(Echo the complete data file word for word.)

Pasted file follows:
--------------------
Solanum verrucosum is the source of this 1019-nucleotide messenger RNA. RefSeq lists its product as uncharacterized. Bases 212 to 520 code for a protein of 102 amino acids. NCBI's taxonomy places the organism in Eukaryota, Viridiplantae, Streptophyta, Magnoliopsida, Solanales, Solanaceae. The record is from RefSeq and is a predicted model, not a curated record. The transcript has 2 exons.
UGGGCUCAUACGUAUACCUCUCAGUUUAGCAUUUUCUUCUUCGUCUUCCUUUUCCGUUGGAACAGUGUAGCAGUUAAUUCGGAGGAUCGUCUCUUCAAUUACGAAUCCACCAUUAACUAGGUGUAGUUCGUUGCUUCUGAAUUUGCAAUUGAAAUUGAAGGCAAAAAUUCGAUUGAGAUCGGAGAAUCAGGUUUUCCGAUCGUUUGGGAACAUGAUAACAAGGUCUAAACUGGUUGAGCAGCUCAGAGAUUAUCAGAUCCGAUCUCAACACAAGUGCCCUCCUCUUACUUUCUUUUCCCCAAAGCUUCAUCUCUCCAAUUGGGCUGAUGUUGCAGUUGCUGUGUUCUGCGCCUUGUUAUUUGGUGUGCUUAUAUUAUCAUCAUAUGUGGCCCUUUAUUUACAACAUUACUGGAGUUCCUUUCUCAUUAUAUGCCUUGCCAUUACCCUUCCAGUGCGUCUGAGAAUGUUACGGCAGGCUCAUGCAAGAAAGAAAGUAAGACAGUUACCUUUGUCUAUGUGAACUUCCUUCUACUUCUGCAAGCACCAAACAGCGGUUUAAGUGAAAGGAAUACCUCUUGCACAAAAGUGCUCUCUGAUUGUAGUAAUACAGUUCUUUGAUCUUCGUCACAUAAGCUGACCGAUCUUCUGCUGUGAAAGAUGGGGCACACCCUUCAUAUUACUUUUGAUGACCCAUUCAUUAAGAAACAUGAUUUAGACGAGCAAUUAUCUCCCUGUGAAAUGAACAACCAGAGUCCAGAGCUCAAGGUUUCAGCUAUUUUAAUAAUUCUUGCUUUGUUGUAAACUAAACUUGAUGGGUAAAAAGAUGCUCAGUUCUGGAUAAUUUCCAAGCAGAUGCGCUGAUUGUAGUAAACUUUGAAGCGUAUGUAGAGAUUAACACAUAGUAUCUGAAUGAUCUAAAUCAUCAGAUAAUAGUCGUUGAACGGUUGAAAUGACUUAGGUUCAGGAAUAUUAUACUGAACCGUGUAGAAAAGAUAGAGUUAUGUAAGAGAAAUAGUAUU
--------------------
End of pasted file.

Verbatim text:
Solanum verrucosum is the source of this 1019-nucleotide messenger RNA. RefSeq lists its product as uncharacterized. Bases 212 to 520 code for a protein of 102 amino acids. NCBI's taxonomy places the organism in Eukaryota, Viridiplantae, Streptophyta, Magnoliopsida, Solanales, Solanaceae. The record is from RefSeq and is a predicted model, not a curated record. The transcript has 2 exons.
UGGGCUCAUACGUAUACCUCUCAGUUUAGCAUUUUCUUCUUCGUCUUCCUUUUCCGUUGGAACAGUGUAGCAGUUAAUUCGGAGGAUCGUCUCUUCAAUUACGAAUCCACCAUUAACUAGGUGUAGUUCGUUGCUUCUGAAUUUGCAAUUGAAAUUGAAGGCAAAAAUUCGAUUGAGAUCGGAGAAUCAGGUUUUCCGAUCGUUUGGGAACAUGAUAACAAGGUCUAAACUGGUUGAGCAGCUCAGAGAUUAUCAGAUCCGAUCUCAACACAAGUGCCCUCCUCUUACUUUCUUUUCCCCAAAGCUUCAUCUCUCCAAUUGGGCUGAUGUUGCAGUUGCUGUGUUCUGCGCCUUGUUAUUUGGUGUGCUUAUAUUAUCAUCAUAUGUGGCCCUUUAUUUACAACAUUACUGGAGUUCCUUUCUCAUUAUAUGCCUUGCCAUUACCCUUCCAGUGCGUCUGAGAAUGUUACGGCAGGCUCAUGCAAGAAAGAAAGUAAGACAGUUACCUUUGUCUAUGUGAACUUCCUUCUACUUCUGCAAGCACCAAACAGCGGUUUAAGUGAAAGGAAUACCUCUUGCACAAAAGUGCUCUCUGAUUGUAGUAAUACAGUUCUUUGAUCUUCGUCACAUAAGCUGACCGAUCUUCUGCUGUGAAAGAUGGGGCACACCCUUCAUAUUACUUUUGAUGACCCAUUCAUUAAGAAACAUGAUUUAGACGAGCAAUUAUCUCCCUGUGAAAUGAACAACCAGAGUCCAGAGCUCAAGGUUUCAGCUAUUUUAAUAAUUCUUGCUUUGUUGUAAACUAAACUUGAUGGGUAAAAAGAUGCUCAGUUCUGGAUAAUUUCCAAGCAGAUGCGCUGAUUGUAGUAAACUUUGAAGCGUAUGUAGAGAUUAACACAUAGUAUCUGAAUGAUCUAAAUCAUCAGAUAAUAGUCGUUGAACGGUUGAAAUGACUUAGGUUCAGGAAUAUUAUACUGAACCGUGUAGAAAAGAUAGAGUUAUGUAAGAGAAAUAGUAUU